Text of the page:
Aneuploidy Tolerance in a Polyploid Organ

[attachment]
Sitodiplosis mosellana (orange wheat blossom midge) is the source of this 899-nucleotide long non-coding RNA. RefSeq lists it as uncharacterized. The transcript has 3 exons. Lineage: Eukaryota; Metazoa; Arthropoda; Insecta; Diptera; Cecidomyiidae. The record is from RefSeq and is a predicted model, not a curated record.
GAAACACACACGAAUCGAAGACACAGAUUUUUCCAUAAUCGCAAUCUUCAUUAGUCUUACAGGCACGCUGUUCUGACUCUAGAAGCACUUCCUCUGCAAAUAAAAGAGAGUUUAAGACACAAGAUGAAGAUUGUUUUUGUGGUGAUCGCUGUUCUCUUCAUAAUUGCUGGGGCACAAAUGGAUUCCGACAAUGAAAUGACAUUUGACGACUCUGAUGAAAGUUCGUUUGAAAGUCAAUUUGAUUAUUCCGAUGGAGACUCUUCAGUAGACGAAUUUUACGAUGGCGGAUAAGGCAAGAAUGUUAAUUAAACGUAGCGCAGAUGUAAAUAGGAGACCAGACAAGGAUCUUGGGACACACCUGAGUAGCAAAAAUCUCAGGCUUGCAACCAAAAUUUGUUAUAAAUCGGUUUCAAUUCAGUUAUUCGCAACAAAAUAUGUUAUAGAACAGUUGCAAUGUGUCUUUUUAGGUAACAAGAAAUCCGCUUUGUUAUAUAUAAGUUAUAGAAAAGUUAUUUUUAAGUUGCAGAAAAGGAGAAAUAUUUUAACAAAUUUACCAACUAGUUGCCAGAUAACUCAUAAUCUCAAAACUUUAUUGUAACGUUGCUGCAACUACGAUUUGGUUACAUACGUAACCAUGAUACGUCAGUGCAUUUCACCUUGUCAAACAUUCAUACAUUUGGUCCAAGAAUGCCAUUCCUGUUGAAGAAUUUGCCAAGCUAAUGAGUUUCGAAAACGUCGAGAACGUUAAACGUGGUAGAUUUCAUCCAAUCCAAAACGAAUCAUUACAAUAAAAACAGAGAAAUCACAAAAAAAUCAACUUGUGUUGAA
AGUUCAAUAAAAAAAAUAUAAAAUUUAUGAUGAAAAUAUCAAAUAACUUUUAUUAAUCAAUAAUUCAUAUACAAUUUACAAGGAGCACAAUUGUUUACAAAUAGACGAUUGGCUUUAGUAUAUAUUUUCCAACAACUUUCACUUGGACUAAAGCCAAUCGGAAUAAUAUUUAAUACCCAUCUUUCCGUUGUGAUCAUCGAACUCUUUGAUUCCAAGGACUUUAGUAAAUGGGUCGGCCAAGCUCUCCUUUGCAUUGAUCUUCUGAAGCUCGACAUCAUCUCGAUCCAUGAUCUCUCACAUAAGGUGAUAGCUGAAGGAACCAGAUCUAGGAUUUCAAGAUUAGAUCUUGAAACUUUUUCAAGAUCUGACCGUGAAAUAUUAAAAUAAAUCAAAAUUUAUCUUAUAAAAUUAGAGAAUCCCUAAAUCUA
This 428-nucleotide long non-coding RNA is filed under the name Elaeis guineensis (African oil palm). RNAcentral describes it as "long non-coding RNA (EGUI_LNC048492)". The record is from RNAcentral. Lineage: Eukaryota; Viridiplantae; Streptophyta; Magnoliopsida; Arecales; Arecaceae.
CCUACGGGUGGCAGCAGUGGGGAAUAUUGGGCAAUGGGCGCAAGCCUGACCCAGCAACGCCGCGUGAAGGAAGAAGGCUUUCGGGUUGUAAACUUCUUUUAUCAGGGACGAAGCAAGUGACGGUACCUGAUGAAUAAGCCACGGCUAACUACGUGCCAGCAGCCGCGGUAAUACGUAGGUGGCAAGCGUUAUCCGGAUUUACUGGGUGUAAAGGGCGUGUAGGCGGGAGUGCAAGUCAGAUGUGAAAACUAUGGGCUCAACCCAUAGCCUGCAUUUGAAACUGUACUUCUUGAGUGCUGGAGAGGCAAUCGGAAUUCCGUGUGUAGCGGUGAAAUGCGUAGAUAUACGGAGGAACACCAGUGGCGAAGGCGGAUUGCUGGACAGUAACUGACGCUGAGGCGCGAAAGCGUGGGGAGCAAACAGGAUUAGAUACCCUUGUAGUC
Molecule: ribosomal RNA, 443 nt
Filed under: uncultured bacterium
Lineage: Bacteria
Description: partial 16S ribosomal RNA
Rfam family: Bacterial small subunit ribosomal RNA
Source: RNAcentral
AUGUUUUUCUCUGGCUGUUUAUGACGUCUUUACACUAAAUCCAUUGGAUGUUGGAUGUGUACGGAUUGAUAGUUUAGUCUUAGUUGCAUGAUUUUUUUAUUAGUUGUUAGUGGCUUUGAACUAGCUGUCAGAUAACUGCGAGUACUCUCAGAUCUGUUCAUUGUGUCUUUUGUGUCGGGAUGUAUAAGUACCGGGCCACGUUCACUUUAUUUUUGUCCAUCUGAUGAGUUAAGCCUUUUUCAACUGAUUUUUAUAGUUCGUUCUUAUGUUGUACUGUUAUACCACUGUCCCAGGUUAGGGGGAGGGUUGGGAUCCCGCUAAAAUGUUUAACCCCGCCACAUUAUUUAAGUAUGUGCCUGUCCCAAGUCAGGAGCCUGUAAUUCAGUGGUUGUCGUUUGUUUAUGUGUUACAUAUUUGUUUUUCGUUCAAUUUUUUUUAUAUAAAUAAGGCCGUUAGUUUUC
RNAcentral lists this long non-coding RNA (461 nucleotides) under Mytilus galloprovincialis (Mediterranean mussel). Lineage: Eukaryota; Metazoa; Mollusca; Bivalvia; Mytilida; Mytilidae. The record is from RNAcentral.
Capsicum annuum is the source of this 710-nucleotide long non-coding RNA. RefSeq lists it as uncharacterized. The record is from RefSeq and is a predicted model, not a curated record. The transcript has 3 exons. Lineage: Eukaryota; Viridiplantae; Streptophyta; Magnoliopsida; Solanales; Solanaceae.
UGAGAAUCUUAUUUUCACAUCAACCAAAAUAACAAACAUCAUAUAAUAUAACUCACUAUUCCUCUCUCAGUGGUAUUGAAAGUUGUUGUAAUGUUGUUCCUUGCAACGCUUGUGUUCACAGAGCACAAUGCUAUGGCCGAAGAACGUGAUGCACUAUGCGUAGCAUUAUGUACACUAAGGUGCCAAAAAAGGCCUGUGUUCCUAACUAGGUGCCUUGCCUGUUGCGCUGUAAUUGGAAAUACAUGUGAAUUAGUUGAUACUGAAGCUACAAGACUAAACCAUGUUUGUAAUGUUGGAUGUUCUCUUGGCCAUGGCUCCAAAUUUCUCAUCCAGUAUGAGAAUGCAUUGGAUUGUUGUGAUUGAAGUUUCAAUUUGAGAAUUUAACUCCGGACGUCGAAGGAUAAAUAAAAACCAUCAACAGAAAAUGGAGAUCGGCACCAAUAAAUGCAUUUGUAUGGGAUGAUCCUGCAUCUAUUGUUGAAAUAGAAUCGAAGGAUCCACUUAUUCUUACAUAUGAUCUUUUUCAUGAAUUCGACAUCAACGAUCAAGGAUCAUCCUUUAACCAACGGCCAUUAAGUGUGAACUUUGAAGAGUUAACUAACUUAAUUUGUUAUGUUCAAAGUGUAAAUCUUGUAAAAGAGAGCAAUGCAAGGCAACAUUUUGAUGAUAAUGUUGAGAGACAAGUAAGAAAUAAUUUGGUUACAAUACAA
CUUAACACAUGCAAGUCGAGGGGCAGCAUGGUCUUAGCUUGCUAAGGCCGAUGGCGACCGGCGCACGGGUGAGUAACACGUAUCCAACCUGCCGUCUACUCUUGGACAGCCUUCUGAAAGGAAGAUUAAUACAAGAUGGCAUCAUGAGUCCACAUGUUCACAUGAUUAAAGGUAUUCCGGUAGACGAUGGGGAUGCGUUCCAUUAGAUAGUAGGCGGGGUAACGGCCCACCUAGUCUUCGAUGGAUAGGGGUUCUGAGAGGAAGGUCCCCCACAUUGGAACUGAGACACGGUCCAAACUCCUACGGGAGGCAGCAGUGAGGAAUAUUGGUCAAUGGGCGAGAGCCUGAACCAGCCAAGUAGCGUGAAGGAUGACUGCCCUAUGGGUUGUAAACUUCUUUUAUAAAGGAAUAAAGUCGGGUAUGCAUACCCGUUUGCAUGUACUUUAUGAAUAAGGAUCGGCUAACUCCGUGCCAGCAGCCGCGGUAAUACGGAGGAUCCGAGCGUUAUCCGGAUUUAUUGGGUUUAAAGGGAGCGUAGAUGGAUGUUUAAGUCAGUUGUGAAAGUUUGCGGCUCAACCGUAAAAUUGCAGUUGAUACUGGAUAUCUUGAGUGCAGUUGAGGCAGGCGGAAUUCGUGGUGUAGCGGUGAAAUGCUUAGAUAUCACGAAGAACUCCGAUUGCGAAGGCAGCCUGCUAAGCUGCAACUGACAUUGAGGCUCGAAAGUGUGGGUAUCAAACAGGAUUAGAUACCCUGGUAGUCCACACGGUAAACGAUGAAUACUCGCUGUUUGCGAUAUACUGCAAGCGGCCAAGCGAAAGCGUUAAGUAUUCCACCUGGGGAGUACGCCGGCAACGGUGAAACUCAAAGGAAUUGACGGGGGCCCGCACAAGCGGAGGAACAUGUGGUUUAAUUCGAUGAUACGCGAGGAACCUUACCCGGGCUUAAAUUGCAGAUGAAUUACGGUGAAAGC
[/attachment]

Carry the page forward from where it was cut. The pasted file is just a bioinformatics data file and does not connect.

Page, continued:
Endopolyploid cells (hereafter - polyploid cells), which contain whole genome duplications in an otherwise diploid organism, play vital roles in development and physiology of diverse organs such as our heart and liver. Polyploidy is also observed with high frequency in many tumors, and division of such cells frequently creates aneuploidy (chromosomal imbalances), a hallmark of cancer. Despite its frequent occurrence and association with aneuploidy, little is known about the specific role that polyploidy plays in diverse contexts. Using a new model tissue, the Drosophila rectal papilla, we sought to uncover connections between polyploidy and aneuploidy during organ development. Our lab previously discovered that the papillar cells of the Drosophila hindgut undergo developmentally programmed polyploid cell divisions, and that these polyploid cell divisions are highly error-prone. Time-lapse studies of polyploid mitosis revealed that the papillar cells undergo a high percentage of tripolar anaphase, which causes extreme aneuploidy. Despite this massive chromosome imbalance, we found the tripolar daughter cells are viable and support normal organ development and function, suggesting acquiring extra genome sets enables a cell to tolerate the genomic alterations incurred by aneuploidy. We further extended these findings by seeking mechanisms by which the papillar cells tolerated this resultant aneuploidy.
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